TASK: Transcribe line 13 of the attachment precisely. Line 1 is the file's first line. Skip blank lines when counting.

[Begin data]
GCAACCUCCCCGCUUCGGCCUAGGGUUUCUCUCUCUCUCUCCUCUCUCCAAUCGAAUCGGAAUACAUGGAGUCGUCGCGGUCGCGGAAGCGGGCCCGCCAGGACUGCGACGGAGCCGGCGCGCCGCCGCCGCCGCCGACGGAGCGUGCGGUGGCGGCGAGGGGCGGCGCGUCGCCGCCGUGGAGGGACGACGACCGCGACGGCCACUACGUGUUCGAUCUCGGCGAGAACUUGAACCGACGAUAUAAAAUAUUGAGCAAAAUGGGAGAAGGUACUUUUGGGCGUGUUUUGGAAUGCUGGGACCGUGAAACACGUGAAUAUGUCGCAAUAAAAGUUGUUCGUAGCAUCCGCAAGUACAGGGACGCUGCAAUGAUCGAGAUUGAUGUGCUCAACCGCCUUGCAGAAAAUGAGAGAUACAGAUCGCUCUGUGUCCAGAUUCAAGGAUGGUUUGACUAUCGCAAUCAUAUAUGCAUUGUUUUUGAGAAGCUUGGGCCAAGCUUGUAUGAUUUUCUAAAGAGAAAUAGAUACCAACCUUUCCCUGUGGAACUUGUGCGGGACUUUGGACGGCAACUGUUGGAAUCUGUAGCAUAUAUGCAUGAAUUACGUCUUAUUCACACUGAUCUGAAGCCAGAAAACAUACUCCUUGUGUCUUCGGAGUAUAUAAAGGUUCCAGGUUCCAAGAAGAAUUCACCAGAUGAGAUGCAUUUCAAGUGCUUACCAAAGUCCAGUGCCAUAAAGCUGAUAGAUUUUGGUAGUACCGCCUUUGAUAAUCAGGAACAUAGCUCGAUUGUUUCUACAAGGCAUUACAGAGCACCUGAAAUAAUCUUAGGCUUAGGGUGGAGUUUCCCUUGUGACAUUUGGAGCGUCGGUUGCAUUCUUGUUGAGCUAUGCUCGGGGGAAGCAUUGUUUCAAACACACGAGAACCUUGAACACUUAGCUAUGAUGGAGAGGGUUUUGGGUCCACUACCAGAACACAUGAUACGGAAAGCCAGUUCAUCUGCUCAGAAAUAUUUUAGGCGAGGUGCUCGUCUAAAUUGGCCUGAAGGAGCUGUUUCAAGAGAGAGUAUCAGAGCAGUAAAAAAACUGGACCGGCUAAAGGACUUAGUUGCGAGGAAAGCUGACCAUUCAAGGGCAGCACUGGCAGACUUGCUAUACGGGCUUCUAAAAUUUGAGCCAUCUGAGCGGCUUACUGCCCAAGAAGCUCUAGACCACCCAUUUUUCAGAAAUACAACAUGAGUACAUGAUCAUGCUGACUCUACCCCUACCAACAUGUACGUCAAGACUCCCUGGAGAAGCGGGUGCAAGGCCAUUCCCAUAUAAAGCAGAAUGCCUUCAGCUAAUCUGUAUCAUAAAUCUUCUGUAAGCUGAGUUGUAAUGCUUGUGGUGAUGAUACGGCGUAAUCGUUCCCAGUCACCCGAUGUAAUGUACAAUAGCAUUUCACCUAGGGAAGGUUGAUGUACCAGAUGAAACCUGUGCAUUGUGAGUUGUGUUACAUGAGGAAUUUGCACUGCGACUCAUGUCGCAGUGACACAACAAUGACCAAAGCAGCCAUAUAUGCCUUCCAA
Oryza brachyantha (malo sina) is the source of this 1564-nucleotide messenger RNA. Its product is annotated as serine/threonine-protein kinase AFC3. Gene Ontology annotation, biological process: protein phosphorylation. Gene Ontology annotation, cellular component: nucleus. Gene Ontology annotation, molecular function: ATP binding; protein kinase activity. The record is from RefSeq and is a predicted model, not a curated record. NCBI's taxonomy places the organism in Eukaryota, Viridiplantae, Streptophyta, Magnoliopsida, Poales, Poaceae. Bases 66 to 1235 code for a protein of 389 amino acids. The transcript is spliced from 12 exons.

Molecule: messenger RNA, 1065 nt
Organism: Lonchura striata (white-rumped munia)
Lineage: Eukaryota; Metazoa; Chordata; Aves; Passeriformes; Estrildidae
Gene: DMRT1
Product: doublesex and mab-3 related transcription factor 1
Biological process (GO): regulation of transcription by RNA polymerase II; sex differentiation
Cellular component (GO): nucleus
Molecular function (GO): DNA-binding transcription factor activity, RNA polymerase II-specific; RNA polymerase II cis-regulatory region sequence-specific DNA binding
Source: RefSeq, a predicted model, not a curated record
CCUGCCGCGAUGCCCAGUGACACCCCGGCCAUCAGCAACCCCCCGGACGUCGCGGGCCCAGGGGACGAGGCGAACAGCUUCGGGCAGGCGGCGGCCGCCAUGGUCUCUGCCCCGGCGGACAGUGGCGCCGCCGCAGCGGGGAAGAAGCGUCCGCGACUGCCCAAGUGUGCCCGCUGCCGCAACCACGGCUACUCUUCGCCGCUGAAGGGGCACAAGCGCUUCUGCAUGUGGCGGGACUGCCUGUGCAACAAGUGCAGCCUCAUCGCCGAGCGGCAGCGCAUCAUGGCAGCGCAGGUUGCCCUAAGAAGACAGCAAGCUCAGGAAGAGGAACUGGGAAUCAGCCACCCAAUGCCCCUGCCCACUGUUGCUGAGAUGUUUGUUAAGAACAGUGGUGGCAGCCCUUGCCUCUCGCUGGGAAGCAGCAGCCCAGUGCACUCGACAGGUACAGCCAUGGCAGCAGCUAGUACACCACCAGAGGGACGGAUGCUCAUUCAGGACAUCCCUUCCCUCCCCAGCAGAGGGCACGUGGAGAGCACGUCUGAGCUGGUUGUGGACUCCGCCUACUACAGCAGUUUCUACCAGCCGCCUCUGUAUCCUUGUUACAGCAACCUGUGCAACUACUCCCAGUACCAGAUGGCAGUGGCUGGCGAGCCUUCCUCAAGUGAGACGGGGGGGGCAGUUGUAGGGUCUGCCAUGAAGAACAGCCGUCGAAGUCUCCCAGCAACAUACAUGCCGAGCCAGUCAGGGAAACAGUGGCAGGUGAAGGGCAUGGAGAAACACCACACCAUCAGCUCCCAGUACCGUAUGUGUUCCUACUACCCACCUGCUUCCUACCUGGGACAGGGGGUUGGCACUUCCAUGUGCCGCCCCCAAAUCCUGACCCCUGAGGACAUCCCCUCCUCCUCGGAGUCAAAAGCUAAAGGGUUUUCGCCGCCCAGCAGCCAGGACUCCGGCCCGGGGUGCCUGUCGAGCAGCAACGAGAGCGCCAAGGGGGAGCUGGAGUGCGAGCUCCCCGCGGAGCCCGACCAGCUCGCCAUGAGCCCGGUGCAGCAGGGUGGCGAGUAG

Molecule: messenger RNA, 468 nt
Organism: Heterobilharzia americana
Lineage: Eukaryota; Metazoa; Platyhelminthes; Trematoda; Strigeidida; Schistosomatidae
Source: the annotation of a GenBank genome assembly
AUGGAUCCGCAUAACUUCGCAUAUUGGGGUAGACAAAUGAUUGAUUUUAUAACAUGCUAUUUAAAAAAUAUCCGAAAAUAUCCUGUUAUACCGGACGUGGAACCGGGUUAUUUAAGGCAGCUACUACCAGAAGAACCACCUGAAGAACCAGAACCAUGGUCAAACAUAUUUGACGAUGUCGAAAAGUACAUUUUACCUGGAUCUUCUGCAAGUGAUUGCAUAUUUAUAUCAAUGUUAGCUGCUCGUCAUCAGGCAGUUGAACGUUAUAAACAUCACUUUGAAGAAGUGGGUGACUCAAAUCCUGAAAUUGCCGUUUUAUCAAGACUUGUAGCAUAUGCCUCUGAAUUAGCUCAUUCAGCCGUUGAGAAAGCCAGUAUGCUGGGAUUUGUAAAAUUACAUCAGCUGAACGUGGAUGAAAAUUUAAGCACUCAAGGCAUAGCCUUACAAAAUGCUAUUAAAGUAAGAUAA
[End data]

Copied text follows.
Molecule: messenger RNA, 468 nt